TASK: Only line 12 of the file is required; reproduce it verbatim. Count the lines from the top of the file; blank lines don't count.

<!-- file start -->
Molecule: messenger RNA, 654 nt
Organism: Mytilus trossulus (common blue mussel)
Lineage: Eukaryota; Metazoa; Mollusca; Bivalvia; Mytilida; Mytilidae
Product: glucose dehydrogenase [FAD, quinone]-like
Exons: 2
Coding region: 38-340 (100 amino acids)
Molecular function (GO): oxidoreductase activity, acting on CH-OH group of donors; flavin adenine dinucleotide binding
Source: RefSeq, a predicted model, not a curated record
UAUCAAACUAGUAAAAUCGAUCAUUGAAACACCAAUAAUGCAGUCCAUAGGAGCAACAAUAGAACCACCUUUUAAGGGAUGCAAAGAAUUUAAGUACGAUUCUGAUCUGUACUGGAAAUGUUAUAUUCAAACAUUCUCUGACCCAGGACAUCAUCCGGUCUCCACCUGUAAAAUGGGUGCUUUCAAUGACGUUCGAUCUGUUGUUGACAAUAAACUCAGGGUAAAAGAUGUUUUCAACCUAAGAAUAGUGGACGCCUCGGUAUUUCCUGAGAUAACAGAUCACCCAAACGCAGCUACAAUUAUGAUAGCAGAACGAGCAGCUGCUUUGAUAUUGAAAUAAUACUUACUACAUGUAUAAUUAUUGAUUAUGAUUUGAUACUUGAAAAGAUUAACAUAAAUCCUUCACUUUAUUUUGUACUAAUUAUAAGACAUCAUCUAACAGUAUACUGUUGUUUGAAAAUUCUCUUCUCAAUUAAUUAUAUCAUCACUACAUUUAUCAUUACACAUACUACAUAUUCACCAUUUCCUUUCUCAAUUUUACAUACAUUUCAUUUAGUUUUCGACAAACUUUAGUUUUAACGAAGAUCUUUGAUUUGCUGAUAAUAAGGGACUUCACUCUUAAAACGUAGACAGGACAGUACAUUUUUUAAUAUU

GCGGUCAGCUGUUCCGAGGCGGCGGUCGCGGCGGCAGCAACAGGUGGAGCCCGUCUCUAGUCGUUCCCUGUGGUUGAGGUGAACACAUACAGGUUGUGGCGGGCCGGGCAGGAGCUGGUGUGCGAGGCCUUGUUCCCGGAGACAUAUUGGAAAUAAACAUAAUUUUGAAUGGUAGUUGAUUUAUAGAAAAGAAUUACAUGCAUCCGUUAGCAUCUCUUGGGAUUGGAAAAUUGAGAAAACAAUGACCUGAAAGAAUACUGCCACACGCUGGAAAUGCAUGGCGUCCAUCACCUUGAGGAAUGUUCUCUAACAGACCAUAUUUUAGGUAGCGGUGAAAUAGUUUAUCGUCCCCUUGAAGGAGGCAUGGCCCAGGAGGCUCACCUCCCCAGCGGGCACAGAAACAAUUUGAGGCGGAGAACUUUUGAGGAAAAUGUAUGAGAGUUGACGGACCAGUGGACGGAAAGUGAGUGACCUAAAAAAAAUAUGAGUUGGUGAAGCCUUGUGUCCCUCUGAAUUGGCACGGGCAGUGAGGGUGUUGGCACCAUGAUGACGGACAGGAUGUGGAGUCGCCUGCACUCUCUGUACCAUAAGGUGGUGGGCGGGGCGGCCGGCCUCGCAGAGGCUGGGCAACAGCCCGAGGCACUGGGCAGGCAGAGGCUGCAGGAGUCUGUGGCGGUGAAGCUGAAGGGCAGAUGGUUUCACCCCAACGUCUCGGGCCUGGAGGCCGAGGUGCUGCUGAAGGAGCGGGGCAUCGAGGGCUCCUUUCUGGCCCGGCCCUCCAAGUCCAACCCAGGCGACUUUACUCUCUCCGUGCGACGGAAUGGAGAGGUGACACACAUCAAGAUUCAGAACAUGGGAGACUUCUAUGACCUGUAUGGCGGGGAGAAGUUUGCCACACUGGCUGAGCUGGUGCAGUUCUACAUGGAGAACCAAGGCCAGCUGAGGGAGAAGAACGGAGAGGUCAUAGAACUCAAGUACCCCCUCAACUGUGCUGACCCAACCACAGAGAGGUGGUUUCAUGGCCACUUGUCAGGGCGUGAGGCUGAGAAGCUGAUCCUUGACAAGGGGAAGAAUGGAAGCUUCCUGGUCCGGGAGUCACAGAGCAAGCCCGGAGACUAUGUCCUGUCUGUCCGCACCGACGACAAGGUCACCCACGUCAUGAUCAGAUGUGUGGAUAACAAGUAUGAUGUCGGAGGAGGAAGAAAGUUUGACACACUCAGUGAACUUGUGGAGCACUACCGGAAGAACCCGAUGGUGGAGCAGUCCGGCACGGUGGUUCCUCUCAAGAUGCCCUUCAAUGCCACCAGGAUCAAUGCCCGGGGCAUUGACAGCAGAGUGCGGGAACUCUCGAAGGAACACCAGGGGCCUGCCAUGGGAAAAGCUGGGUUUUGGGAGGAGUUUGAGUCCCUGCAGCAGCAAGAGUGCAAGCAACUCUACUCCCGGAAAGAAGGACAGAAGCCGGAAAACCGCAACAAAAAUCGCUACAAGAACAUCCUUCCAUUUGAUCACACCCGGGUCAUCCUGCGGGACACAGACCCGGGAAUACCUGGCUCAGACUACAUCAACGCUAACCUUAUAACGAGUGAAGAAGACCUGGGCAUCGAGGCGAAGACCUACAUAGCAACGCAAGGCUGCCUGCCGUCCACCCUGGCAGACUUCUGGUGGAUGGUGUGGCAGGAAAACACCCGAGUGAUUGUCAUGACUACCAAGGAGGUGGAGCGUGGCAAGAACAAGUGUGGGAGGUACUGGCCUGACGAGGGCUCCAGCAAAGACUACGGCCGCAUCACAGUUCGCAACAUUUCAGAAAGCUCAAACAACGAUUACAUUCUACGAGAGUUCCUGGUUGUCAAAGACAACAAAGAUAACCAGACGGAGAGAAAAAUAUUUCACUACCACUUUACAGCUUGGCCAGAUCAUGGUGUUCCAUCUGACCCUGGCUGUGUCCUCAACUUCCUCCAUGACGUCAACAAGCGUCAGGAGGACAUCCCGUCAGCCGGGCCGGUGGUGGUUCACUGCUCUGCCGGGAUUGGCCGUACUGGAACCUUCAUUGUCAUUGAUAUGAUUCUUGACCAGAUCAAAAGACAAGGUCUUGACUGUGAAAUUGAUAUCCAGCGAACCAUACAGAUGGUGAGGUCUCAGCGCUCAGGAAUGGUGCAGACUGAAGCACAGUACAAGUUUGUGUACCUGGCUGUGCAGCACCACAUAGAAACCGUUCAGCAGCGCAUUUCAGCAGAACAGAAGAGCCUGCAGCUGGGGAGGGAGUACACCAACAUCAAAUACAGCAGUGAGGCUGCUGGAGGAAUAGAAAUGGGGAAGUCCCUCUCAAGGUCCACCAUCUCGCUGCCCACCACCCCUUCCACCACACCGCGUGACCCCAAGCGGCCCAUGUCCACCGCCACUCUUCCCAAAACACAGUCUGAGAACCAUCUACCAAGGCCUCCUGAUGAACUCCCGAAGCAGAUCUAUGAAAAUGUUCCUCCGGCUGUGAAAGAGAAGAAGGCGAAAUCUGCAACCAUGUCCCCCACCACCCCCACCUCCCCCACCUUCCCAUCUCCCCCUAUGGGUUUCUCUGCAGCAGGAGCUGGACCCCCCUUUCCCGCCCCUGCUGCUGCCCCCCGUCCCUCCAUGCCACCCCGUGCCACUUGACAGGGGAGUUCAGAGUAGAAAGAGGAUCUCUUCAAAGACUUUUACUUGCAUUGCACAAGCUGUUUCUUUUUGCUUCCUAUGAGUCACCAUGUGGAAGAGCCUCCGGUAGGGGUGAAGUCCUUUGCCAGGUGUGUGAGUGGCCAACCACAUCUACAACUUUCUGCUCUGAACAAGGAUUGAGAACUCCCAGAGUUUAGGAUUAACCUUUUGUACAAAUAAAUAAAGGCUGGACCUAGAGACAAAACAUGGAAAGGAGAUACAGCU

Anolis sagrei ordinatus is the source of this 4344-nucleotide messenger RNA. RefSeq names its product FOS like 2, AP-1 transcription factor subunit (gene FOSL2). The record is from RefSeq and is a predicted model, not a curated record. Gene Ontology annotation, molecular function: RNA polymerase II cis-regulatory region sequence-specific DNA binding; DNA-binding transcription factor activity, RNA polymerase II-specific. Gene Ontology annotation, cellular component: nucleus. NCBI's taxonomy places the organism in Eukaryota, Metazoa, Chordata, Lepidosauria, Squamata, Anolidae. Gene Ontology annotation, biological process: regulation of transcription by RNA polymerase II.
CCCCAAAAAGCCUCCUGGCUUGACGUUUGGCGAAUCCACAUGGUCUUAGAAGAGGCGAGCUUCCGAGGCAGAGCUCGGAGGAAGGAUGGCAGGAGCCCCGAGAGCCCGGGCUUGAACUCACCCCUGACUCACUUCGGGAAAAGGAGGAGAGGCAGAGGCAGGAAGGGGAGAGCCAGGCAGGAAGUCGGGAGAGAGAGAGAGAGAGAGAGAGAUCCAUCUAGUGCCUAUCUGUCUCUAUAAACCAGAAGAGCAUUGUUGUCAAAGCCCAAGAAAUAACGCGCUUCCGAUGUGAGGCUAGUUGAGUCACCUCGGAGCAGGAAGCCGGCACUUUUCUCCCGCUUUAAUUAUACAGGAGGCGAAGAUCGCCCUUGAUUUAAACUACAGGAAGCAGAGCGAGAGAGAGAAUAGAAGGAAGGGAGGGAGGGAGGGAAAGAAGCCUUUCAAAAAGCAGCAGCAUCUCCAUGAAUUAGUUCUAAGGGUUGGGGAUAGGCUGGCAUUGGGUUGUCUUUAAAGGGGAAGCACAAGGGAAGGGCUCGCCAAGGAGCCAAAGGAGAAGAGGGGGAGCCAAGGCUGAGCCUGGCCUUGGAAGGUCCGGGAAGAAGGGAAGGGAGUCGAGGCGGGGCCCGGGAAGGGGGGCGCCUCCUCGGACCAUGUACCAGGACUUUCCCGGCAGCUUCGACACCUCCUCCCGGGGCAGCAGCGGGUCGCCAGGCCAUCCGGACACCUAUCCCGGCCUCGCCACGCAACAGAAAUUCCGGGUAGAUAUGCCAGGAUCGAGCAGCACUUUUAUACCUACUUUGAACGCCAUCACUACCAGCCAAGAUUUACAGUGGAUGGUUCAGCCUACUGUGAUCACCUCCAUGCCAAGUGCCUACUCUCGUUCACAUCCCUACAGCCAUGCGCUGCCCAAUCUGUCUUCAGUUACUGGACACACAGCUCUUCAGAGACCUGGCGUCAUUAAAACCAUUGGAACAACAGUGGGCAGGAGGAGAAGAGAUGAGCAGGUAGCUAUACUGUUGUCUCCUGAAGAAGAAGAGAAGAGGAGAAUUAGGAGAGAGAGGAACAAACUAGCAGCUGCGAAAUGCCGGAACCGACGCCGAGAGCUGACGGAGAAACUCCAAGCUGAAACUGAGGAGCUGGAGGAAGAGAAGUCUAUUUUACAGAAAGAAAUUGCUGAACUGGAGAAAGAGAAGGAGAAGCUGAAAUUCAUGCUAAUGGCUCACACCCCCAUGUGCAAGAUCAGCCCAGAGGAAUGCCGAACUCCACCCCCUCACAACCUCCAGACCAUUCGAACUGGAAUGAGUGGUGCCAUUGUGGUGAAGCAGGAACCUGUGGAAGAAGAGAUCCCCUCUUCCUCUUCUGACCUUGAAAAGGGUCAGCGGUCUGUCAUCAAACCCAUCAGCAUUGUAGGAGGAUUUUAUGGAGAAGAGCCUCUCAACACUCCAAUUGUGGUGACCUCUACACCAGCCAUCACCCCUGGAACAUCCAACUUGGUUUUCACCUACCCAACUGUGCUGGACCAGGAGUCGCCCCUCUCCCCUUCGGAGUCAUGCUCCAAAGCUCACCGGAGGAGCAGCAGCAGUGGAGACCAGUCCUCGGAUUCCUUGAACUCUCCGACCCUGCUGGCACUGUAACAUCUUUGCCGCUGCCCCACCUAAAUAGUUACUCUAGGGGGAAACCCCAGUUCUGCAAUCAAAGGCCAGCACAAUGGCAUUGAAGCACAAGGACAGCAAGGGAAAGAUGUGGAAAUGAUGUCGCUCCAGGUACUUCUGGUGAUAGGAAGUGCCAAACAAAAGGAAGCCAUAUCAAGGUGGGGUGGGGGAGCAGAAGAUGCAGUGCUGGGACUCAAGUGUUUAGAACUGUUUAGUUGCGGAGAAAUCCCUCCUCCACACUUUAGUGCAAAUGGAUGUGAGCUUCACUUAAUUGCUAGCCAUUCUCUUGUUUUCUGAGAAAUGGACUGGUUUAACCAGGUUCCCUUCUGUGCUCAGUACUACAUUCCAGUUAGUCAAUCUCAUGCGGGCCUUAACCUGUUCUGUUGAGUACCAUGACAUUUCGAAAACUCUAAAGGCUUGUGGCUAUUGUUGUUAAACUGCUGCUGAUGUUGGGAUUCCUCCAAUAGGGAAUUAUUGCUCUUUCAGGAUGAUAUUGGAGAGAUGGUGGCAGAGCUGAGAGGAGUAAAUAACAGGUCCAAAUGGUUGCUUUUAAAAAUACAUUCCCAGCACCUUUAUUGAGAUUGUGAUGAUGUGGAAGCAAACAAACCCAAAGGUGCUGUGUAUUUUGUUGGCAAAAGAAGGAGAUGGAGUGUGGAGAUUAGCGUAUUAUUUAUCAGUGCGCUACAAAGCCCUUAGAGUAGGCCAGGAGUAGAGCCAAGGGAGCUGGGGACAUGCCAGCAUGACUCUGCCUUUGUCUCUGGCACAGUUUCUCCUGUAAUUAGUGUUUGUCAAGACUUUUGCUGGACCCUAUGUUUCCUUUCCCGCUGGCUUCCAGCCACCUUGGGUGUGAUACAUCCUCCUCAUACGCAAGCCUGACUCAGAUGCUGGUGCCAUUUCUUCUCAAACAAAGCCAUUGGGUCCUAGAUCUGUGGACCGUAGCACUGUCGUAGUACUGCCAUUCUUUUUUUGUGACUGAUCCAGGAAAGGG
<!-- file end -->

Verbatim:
CCCCAAAAAGCCUCCUGGCUUGACGUUUGGCGAAUCCACAUGGUCUUAGAAGAGGCGAGCUUCCGAGGCAGAGCUCGGAGGAAGGAUGGCAGGAGCCCCGAGAGCCCGGGCUUGAACUCACCCCUGACUCACUUCGGGAAAAGGAGGAGAGGCAGAGGCAGGAAGGGGAGAGCCAGGCAGGAAGUCGGGAGAGAGAGAGAGAGAGAGAGAGAUCCAUCUAGUGCCUAUCUGUCUCUAUAAACCAGAAGAGCAUUGUUGUCAAAGCCCAAGAAAUAACGCGCUUCCGAUGUGAGGCUAGUUGAGUCACCUCGGAGCAGGAAGCCGGCACUUUUCUCCCGCUUUAAUUAUACAGGAGGCGAAGAUCGCCCUUGAUUUAAACUACAGGAAGCAGAGCGAGAGAGAGAAUAGAAGGAAGGGAGGGAGGGAGGGAAAGAAGCCUUUCAAAAAGCAGCAGCAUCUCCAUGAAUUAGUUCUAAGGGUUGGGGAUAGGCUGGCAUUGGGUUGUCUUUAAAGGGGAAGCACAAGGGAAGGGCUCGCCAAGGAGCCAAAGGAGAAGAGGGGGAGCCAAGGCUGAGCCUGGCCUUGGAAGGUCCGGGAAGAAGGGAAGGGAGUCGAGGCGGGGCCCGGGAAGGGGGGCGCCUCCUCGGACCAUGUACCAGGACUUUCCCGGCAGCUUCGACACCUCCUCCCGGGGCAGCAGCGGGUCGCCAGGCCAUCCGGACACCUAUCCCGGCCUCGCCACGCAACAGAAAUUCCGGGUAGAUAUGCCAGGAUCGAGCAGCACUUUUAUACCUACUUUGAACGCCAUCACUACCAGCCAAGAUUUACAGUGGAUGGUUCAGCCUACUGUGAUCACCUCCAUGCCAAGUGCCUACUCUCGUUCACAUCCCUACAGCCAUGCGCUGCCCAAUCUGUCUUCAGUUACUGGACACACAGCUCUUCAGAGACCUGGCGUCAUUAAAACCAUUGGAACAACAGUGGGCAGGAGGAGAAGAGAUGAGCAGGUAGCUAUACUGUUGUCUCCUGAAGAAGAAGAGAAGAGGAGAAUUAGGAGAGAGAGGAACAAACUAGCAGCUGCGAAAUGCCGGAACCGACGCCGAGAGCUGACGGAGAAACUCCAAGCUGAAACUGAGGAGCUGGAGGAAGAGAAGUCUAUUUUACAGAAAGAAAUUGCUGAACUGGAGAAAGAGAAGGAGAAGCUGAAAUUCAUGCUAAUGGCUCACACCCCCAUGUGCAAGAUCAGCCCAGAGGAAUGCCGAACUCCACCCCCUCACAACCUCCAGACCAUUCGAACUGGAAUGAGUGGUGCCAUUGUGGUGAAGCAGGAACCUGUGGAAGAAGAGAUCCCCUCUUCCUCUUCUGACCUUGAAAAGGGUCAGCGGUCUGUCAUCAAACCCAUCAGCAUUGUAGGAGGAUUUUAUGGAGAAGAGCCUCUCAACACUCCAAUUGUGGUGACCUCUACACCAGCCAUCACCCCUGGAACAUCCAACUUGGUUUUCACCUACCCAACUGUGCUGGACCAGGAGUCGCCCCUCUCCCCUUCGGAGUCAUGCUCCAAAGCUCACCGGAGGAGCAGCAGCAGUGGAGACCAGUCCUCGGAUUCCUUGAACUCUCCGACCCUGCUGGCACUGUAACAUCUUUGCCGCUGCCCCACCUAAAUAGUUACUCUAGGGGGAAACCCCAGUUCUGCAAUCAAAGGCCAGCACAAUGGCAUUGAAGCACAAGGACAGCAAGGGAAAGAUGUGGAAAUGAUGUCGCUCCAGGUACUUCUGGUGAUAGGAAGUGCCAAACAAAAGGAAGCCAUAUCAAGGUGGGGUGGGGGAGCAGAAGAUGCAGUGCUGGGACUCAAGUGUUUAGAACUGUUUAGUUGCGGAGAAAUCCCUCCUCCACACUUUAGUGCAAAUGGAUGUGAGCUUCACUUAAUUGCUAGCCAUUCUCUUGUUUUCUGAGAAAUGGACUGGUUUAACCAGGUUCCCUUCUGUGCUCAGUACUACAUUCCAGUUAGUCAAUCUCAUGCGGGCCUUAACCUGUUCUGUUGAGUACCAUGACAUUUCGAAAACUCUAAAGGCUUGUGGCUAUUGUUGUUAAACUGCUGCUGAUGUUGGGAUUCCUCCAAUAGGGAAUUAUUGCUCUUUCAGGAUGAUAUUGGAGAGAUGGUGGCAGAGCUGAGAGGAGUAAAUAACAGGUCCAAAUGGUUGCUUUUAAAAAUACAUUCCCAGCACCUUUAUUGAGAUUGUGAUGAUGUGGAAGCAAACAAACCCAAAGGUGCUGUGUAUUUUGUUGGCAAAAGAAGGAGAUGGAGUGUGGAGAUUAGCGUAUUAUUUAUCAGUGCGCUACAAAGCCCUUAGAGUAGGCCAGGAGUAGAGCCAAGGGAGCUGGGGACAUGCCAGCAUGACUCUGCCUUUGUCUCUGGCACAGUUUCUCCUGUAAUUAGUGUUUGUCAAGACUUUUGCUGGACCCUAUGUUUCCUUUCCCGCUGGCUUCCAGCCACCUUGGGUGUGAUACAUCCUCCUCAUACGCAAGCCUGACUCAGAUGCUGGUGCCAUUUCUUCUCAAACAAAGCCAUUGGGUCCUAGAUCUGUGGACCGUAGCACUGUCGUAGUACUGCCAUUCUUUUUUUGUGACUGAUCCAGGAAAGGG